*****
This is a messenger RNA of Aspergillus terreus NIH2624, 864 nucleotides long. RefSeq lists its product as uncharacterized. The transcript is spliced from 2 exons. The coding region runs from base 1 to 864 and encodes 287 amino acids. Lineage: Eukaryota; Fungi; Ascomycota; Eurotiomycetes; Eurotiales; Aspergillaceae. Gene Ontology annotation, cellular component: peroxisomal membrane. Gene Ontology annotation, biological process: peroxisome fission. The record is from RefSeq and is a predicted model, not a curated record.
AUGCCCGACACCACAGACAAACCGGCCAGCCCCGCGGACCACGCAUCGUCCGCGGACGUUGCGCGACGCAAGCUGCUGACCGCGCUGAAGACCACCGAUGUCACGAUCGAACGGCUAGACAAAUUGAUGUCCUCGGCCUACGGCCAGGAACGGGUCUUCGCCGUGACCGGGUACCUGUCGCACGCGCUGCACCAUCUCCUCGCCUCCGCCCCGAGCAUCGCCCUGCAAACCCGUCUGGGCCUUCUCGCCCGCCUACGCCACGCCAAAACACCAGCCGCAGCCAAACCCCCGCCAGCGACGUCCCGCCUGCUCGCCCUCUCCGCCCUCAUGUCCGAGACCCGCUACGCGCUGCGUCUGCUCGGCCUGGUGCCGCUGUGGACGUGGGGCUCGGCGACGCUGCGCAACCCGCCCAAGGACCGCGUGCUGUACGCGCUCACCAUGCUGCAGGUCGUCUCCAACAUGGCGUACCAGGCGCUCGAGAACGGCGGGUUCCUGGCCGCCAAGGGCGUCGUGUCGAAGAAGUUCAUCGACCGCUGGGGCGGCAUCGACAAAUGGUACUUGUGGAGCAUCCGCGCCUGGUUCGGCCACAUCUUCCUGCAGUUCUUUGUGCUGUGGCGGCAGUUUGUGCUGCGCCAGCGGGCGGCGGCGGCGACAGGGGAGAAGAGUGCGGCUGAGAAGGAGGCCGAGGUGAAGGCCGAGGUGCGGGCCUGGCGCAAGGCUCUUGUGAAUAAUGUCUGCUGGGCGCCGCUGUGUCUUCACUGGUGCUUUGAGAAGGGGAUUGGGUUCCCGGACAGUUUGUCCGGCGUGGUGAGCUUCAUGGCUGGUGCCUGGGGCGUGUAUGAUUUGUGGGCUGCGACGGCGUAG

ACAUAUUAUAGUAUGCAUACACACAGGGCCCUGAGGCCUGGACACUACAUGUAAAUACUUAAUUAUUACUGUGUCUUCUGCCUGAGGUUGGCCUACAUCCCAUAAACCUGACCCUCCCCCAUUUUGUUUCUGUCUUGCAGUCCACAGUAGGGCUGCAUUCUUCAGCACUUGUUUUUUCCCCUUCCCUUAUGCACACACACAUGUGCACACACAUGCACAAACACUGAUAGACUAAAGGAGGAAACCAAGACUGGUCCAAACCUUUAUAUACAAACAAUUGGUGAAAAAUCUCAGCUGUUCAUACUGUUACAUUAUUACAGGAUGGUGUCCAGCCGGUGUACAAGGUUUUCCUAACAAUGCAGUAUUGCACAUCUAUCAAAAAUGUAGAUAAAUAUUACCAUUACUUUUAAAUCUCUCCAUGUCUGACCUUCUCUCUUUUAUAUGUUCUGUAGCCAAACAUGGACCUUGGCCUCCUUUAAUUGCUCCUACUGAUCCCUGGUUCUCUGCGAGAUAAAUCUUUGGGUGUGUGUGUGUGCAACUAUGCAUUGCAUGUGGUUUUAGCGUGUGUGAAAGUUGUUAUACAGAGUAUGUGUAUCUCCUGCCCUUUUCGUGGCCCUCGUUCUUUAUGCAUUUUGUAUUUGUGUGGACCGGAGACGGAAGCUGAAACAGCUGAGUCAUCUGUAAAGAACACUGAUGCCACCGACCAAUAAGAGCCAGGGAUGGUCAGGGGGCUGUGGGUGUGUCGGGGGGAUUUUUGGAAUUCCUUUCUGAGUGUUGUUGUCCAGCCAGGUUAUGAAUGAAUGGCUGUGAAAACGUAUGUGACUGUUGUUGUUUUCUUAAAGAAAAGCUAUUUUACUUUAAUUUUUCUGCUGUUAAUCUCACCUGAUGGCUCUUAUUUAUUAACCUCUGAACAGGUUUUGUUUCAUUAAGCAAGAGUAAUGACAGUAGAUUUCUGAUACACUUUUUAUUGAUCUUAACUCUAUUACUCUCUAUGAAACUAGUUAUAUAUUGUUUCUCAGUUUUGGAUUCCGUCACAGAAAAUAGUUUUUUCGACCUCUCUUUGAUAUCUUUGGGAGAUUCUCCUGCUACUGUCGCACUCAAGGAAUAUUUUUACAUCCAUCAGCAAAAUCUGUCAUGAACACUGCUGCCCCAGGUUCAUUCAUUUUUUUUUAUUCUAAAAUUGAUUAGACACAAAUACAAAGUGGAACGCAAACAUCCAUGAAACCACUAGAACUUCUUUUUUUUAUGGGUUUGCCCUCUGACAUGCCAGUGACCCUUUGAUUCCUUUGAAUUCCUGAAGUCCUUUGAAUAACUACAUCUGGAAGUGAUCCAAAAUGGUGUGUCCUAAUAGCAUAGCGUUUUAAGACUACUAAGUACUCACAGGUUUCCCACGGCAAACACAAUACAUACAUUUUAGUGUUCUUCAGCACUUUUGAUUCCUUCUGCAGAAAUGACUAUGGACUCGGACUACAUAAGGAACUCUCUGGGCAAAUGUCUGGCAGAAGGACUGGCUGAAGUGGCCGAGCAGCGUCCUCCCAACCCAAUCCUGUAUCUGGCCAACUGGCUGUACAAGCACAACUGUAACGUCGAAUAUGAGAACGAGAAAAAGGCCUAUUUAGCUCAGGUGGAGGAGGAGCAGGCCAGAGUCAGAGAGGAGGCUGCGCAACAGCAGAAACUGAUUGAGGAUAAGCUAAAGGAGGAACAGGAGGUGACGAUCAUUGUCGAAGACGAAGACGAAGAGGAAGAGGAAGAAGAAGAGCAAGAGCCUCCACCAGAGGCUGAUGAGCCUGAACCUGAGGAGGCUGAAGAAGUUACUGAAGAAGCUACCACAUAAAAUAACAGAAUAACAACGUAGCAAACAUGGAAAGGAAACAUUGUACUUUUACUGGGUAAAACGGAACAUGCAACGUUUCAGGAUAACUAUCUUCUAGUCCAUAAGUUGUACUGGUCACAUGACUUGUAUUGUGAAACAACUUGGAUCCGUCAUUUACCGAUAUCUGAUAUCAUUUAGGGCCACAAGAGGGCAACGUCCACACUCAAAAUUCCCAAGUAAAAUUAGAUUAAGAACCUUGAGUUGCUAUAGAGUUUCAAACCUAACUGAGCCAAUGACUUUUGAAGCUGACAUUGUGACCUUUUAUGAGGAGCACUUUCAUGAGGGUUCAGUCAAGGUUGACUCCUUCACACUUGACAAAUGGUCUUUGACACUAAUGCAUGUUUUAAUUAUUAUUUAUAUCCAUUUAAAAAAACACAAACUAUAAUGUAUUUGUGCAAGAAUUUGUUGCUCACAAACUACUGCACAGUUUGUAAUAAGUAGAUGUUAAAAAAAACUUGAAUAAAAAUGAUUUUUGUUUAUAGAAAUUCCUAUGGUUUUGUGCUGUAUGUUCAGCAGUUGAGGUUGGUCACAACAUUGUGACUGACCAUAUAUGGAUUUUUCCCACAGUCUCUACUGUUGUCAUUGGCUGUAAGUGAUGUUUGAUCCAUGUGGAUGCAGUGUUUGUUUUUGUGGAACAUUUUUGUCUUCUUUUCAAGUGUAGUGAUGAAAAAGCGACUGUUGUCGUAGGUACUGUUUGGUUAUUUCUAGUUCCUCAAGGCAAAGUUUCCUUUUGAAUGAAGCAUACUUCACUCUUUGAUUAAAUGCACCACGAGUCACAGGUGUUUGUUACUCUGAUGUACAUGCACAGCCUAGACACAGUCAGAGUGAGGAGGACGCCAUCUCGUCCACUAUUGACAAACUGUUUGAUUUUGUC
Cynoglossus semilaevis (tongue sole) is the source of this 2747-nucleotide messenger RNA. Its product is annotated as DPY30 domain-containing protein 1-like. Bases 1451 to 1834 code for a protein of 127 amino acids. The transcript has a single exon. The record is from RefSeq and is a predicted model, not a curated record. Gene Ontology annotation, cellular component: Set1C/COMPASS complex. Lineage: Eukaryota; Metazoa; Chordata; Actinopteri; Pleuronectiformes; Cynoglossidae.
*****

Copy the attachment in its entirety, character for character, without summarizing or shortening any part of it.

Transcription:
This is a messenger RNA of Aspergillus terreus NIH2624, 864 nucleotides long. RefSeq lists its product as uncharacterized. The transcript is spliced from 2 exons. The coding region runs from base 1 to 864 and encodes 287 amino acids. Lineage: Eukaryota; Fungi; Ascomycota; Eurotiomycetes; Eurotiales; Aspergillaceae. Gene Ontology annotation, cellular component: peroxisomal membrane. Gene Ontology annotation, biological process: peroxisome fission. The record is from RefSeq and is a predicted model, not a curated record.
AUGCCCGACACCACAGACAAACCGGCCAGCCCCGCGGACCACGCAUCGUCCGCGGACGUUGCGCGACGCAAGCUGCUGACCGCGCUGAAGACCACCGAUGUCACGAUCGAACGGCUAGACAAAUUGAUGUCCUCGGCCUACGGCCAGGAACGGGUCUUCGCCGUGACCGGGUACCUGUCGCACGCGCUGCACCAUCUCCUCGCCUCCGCCCCGAGCAUCGCCCUGCAAACCCGUCUGGGCCUUCUCGCCCGCCUACGCCACGCCAAAACACCAGCCGCAGCCAAACCCCCGCCAGCGACGUCCCGCCUGCUCGCCCUCUCCGCCCUCAUGUCCGAGACCCGCUACGCGCUGCGUCUGCUCGGCCUGGUGCCGCUGUGGACGUGGGGCUCGGCGACGCUGCGCAACCCGCCCAAGGACCGCGUGCUGUACGCGCUCACCAUGCUGCAGGUCGUCUCCAACAUGGCGUACCAGGCGCUCGAGAACGGCGGGUUCCUGGCCGCCAAGGGCGUCGUGUCGAAGAAGUUCAUCGACCGCUGGGGCGGCAUCGACAAAUGGUACUUGUGGAGCAUCCGCGCCUGGUUCGGCCACAUCUUCCUGCAGUUCUUUGUGCUGUGGCGGCAGUUUGUGCUGCGCCAGCGGGCGGCGGCGGCGACAGGGGAGAAGAGUGCGGCUGAGAAGGAGGCCGAGGUGAAGGCCGAGGUGCGGGCCUGGCGCAAGGCUCUUGUGAAUAAUGUCUGCUGGGCGCCGCUGUGUCUUCACUGGUGCUUUGAGAAGGGGAUUGGGUUCCCGGACAGUUUGUCCGGCGUGGUGAGCUUCAUGGCUGGUGCCUGGGGCGUGUAUGAUUUGUGGGCUGCGACGGCGUAG

ACAUAUUAUAGUAUGCAUACACACAGGGCCCUGAGGCCUGGACACUACAUGUAAAUACUUAAUUAUUACUGUGUCUUCUGCCUGAGGUUGGCCUACAUCCCAUAAACCUGACCCUCCCCCAUUUUGUUUCUGUCUUGCAGUCCACAGUAGGGCUGCAUUCUUCAGCACUUGUUUUUUCCCCUUCCCUUAUGCACACACACAUGUGCACACACAUGCACAAACACUGAUAGACUAAAGGAGGAAACCAAGACUGGUCCAAACCUUUAUAUACAAACAAUUGGUGAAAAAUCUCAGCUGUUCAUACUGUUACAUUAUUACAGGAUGGUGUCCAGCCGGUGUACAAGGUUUUCCUAACAAUGCAGUAUUGCACAUCUAUCAAAAAUGUAGAUAAAUAUUACCAUUACUUUUAAAUCUCUCCAUGUCUGACCUUCUCUCUUUUAUAUGUUCUGUAGCCAAACAUGGACCUUGGCCUCCUUUAAUUGCUCCUACUGAUCCCUGGUUCUCUGCGAGAUAAAUCUUUGGGUGUGUGUGUGUGCAACUAUGCAUUGCAUGUGGUUUUAGCGUGUGUGAAAGUUGUUAUACAGAGUAUGUGUAUCUCCUGCCCUUUUCGUGGCCCUCGUUCUUUAUGCAUUUUGUAUUUGUGUGGACCGGAGACGGAAGCUGAAACAGCUGAGUCAUCUGUAAAGAACACUGAUGCCACCGACCAAUAAGAGCCAGGGAUGGUCAGGGGGCUGUGGGUGUGUCGGGGGGAUUUUUGGAAUUCCUUUCUGAGUGUUGUUGUCCAGCCAGGUUAUGAAUGAAUGGCUGUGAAAACGUAUGUGACUGUUGUUGUUUUCUUAAAGAAAAGCUAUUUUACUUUAAUUUUUCUGCUGUUAAUCUCACCUGAUGGCUCUUAUUUAUUAACCUCUGAACAGGUUUUGUUUCAUUAAGCAAGAGUAAUGACAGUAGAUUUCUGAUACACUUUUUAUUGAUCUUAACUCUAUUACUCUCUAUGAAACUAGUUAUAUAUUGUUUCUCAGUUUUGGAUUCCGUCACAGAAAAUAGUUUUUUCGACCUCUCUUUGAUAUCUUUGGGAGAUUCUCCUGCUACUGUCGCACUCAAGGAAUAUUUUUACAUCCAUCAGCAAAAUCUGUCAUGAACACUGCUGCCCCAGGUUCAUUCAUUUUUUUUUAUUCUAAAAUUGAUUAGACACAAAUACAAAGUGGAACGCAAACAUCCAUGAAACCACUAGAACUUCUUUUUUUUAUGGGUUUGCCCUCUGACAUGCCAGUGACCCUUUGAUUCCUUUGAAUUCCUGAAGUCCUUUGAAUAACUACAUCUGGAAGUGAUCCAAAAUGGUGUGUCCUAAUAGCAUAGCGUUUUAAGACUACUAAGUACUCACAGGUUUCCCACGGCAAACACAAUACAUACAUUUUAGUGUUCUUCAGCACUUUUGAUUCCUUCUGCAGAAAUGACUAUGGACUCGGACUACAUAAGGAACUCUCUGGGCAAAUGUCUGGCAGAAGGACUGGCUGAAGUGGCCGAGCAGCGUCCUCCCAACCCAAUCCUGUAUCUGGCCAACUGGCUGUACAAGCACAACUGUAACGUCGAAUAUGAGAACGAGAAAAAGGCCUAUUUAGCUCAGGUGGAGGAGGAGCAGGCCAGAGUCAGAGAGGAGGCUGCGCAACAGCAGAAACUGAUUGAGGAUAAGCUAAAGGAGGAACAGGAGGUGACGAUCAUUGUCGAAGACGAAGACGAAGAGGAAGAGGAAGAAGAAGAGCAAGAGCCUCCACCAGAGGCUGAUGAGCCUGAACCUGAGGAGGCUGAAGAAGUUACUGAAGAAGCUACCACAUAAAAUAACAGAAUAACAACGUAGCAAACAUGGAAAGGAAACAUUGUACUUUUACUGGGUAAAACGGAACAUGCAACGUUUCAGGAUAACUAUCUUCUAGUCCAUAAGUUGUACUGGUCACAUGACUUGUAUUGUGAAACAACUUGGAUCCGUCAUUUACCGAUAUCUGAUAUCAUUUAGGGCCACAAGAGGGCAACGUCCACACUCAAAAUUCCCAAGUAAAAUUAGAUUAAGAACCUUGAGUUGCUAUAGAGUUUCAAACCUAACUGAGCCAAUGACUUUUGAAGCUGACAUUGUGACCUUUUAUGAGGAGCACUUUCAUGAGGGUUCAGUCAAGGUUGACUCCUUCACACUUGACAAAUGGUCUUUGACACUAAUGCAUGUUUUAAUUAUUAUUUAUAUCCAUUUAAAAAAACACAAACUAUAAUGUAUUUGUGCAAGAAUUUGUUGCUCACAAACUACUGCACAGUUUGUAAUAAGUAGAUGUUAAAAAAAACUUGAAUAAAAAUGAUUUUUGUUUAUAGAAAUUCCUAUGGUUUUGUGCUGUAUGUUCAGCAGUUGAGGUUGGUCACAACAUUGUGACUGACCAUAUAUGGAUUUUUCCCACAGUCUCUACUGUUGUCAUUGGCUGUAAGUGAUGUUUGAUCCAUGUGGAUGCAGUGUUUGUUUUUGUGGAACAUUUUUGUCUUCUUUUCAAGUGUAGUGAUGAAAAAGCGACUGUUGUCGUAGGUACUGUUUGGUUAUUUCUAGUUCCUCAAGGCAAAGUUUCCUUUUGAAUGAAGCAUACUUCACUCUUUGAUUAAAUGCACCACGAGUCACAGGUGUUUGUUACUCUGAUGUACAUGCACAGCCUAGACACAGUCAGAGUGAGGAGGACGCCAUCUCGUCCACUAUUGACAAACUGUUUGAUUUUGUC
Cynoglossus semilaevis (tongue sole) is the source of this 2747-nucleotide messenger RNA. Its product is annotated as DPY30 domain-containing protein 1-like. Bases 1451 to 1834 code for a protein of 127 amino acids. The transcript has a single exon. The record is from RefSeq and is a predicted model, not a curated record. Gene Ontology annotation, cellular component: Set1C/COMPASS complex. Lineage: Eukaryota; Metazoa; Chordata; Actinopteri; Pleuronectiformes; Cynoglossidae.